Prison Radio broadcasts hope and inspiration to Veterans with a grant from the Trust’s Tackling Loneliness programme
Prison Radio was awarded a Tackling Loneliness grant of £70,000 and is supporting veterans currently in prison.
The project ‘Radio series supporting ex-service prisoners‘ has been designed by Prison Radio Association. The radio station is working with veterans, producing and broadcasting a new series of radio programmes. The series of radio shows will concentrate on being a beacon of hope for veterans in prison and are hopeful of building a mutually supportive community for those veterans. The show is broadcast directly into prison cells.
Rich Jones, is the presenter of the show ‘At Ease’. Rich spent seven years in custody, so knows first hand the trauma associated with veterans going into prison.
“The show ‘At Ease’ has enabled me to interview a number of different veterans about their journey from the forces and unfortunately then into prison.”
‘At Ease‘ plays music and concentrates on nostalgia, hoping that the common bond between the veterans creates an understanding about the struggle with the transition. The programmes have been providing familiar voices with shared experiences, bringing companionship, reassurance, advice and access to specialist support.
Taking about the series of interviews, Rich goes on to say, “I especially enjoyed the interview with Chance Morgan. He is a veteran mentor at HMP Parc and he spoke more specifically about his loneliness and the difficulty that he faced once he’d been injured, and the catastrophic effect it had on him coming out of the forces as a medically discharged. He lost everything and now he gives everything he’s got to support veterans and their journey through the prison system.”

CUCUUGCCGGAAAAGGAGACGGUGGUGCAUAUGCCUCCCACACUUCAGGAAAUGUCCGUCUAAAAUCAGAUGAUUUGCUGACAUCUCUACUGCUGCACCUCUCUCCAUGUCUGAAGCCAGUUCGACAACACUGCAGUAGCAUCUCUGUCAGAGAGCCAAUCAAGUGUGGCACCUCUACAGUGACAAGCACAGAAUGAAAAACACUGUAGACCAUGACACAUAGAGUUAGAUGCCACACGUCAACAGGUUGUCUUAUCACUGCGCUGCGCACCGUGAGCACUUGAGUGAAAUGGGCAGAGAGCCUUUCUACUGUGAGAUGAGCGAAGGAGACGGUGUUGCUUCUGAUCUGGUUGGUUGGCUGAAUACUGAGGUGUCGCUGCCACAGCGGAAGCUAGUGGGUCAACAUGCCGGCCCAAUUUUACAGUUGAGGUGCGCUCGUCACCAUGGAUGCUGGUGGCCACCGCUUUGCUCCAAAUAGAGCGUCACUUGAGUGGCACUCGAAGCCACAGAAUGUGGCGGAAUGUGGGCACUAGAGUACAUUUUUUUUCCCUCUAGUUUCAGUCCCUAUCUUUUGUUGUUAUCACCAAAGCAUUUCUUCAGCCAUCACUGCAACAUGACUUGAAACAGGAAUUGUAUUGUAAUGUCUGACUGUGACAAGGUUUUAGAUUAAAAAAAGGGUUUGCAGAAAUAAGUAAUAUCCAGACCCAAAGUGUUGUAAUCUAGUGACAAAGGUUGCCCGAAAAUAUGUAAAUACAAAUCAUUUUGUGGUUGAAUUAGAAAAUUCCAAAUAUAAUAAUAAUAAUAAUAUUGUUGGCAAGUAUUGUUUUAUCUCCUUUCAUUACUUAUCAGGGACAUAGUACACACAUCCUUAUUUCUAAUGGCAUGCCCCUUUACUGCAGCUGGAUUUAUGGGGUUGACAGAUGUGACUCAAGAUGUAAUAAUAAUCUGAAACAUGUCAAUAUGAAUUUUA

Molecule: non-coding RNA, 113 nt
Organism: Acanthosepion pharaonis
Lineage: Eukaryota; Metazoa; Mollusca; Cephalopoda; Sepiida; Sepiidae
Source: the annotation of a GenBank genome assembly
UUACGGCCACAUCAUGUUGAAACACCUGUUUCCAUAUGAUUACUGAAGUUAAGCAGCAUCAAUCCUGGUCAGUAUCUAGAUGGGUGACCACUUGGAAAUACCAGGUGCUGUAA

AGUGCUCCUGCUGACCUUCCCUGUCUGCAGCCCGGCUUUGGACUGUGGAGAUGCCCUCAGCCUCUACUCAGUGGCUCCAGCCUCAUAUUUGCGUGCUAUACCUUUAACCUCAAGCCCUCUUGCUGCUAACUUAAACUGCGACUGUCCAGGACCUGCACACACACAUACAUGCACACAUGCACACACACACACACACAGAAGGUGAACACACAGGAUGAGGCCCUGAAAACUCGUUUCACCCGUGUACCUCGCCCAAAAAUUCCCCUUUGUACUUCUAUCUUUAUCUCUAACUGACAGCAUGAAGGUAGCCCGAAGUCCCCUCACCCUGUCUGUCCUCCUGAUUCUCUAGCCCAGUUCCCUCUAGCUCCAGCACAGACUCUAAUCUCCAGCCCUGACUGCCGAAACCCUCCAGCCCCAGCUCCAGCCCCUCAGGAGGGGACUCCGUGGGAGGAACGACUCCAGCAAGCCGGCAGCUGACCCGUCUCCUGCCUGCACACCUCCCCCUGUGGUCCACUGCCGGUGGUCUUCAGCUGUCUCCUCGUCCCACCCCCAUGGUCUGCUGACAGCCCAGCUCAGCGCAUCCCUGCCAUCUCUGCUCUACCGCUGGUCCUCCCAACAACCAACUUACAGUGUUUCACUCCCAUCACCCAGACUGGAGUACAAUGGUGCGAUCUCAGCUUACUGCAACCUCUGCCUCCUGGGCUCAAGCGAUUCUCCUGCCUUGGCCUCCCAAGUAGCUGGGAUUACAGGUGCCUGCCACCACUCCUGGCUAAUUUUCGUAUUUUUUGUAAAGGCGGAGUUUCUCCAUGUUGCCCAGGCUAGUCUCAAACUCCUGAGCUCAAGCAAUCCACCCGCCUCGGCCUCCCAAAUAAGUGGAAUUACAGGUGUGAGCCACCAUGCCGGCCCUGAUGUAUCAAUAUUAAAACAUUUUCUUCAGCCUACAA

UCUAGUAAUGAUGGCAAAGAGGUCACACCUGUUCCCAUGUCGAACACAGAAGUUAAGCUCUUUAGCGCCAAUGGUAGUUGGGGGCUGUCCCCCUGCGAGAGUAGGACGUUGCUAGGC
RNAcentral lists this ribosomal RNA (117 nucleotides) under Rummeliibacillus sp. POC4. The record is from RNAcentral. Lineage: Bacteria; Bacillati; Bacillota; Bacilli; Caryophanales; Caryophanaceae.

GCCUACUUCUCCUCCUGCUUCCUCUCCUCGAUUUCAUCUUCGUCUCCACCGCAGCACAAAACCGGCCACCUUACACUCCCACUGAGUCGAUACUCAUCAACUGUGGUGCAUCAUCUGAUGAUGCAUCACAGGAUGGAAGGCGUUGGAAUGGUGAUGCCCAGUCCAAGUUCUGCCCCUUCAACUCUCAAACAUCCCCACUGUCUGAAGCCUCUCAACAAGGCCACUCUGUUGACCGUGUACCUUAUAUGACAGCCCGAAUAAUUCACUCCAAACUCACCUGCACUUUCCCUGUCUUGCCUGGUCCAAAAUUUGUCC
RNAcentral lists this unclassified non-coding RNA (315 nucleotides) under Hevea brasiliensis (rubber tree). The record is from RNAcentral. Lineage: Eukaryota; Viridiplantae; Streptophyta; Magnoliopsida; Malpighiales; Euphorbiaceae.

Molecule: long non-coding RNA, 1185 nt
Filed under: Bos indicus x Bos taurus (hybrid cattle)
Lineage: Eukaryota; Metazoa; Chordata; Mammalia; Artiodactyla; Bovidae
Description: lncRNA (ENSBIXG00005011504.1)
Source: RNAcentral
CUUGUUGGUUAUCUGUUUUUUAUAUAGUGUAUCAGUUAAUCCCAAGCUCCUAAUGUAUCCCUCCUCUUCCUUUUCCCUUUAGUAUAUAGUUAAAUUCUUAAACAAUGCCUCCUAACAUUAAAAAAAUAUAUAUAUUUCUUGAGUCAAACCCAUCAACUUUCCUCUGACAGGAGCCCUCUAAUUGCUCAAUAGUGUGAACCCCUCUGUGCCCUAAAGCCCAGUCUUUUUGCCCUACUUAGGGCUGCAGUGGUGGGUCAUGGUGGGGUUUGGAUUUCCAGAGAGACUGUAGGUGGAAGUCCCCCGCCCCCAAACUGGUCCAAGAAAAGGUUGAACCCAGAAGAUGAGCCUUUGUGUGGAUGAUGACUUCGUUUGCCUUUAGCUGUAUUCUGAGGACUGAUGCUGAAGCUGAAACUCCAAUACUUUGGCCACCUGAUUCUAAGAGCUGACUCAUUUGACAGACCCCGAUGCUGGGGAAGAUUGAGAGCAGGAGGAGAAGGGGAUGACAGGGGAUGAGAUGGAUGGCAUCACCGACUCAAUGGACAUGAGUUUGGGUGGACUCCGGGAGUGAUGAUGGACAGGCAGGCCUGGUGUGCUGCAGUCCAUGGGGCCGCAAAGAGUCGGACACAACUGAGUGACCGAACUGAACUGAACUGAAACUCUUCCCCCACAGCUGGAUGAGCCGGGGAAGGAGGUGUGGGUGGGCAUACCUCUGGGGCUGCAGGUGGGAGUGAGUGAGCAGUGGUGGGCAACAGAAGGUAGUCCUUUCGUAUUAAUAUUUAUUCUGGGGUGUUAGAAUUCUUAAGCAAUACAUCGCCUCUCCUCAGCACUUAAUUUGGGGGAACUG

In his interview for ‘At Ease’ Chance Morgan says “I think the isolation is the massive thing. You come from the military, having all these people that are family to you. I didn’t have a very good childhood, I didn’t have anyone to really leaned on. Being on my own, isolated, trying to deal with drug and alcohol issue. On top of that, the trauma, the PTSD, it was a lonely time. I think that we can go into ourselves and build a wall around ourselves, fight against the systems and not really want to engage. Until you look at the bigger picture and find that golden nugget that you want to fight for, get that fight back because anyone in the military had that drive before to excel.”
In the radio show he goes on to say “I think we just have got to find that in individuals lives and once you find that just go for it. Get out of that rut. Get on a run. Make that first call to the NHS (or we have NHS veterans Wales) Get that cycle therapy. Get that counselling. Don’t be scared, if you fail, try again. This is not a problem. The more you try, eventually it will stick. And if you’re having issues and you’re feeling isolated, don’t be worried about you asking for support. I don’t like the word help but I don’t think anyone needs help, we need support, you need guidance. You can help yourself, because you’re stronger than you know, and how to get out of it. It’s just giving yourselves the tools to help guide you, to support yourself and get back to the person that you know you can be.”
Rich Jones believes the shows are important outreach work, “We know veterans listen. We really want to keep these shows going because the more shows that we run, the more chance we’ve got of picking up more veterans in the system. It helped me. I only went for help because I knew was there. A lot of veterans come into prison, they’ve lost everything. They just want the chance to make up for the mistakes they’ve made, and so many do. It can be such a positive experience by listening to these shows because it shows they are not alone.”
The people who benefit from the Trust grants are from all areas of the Armed Forces community including those veterans who are currently in prison. This series of radio shows will offer hope of better things to come for those Veterans.
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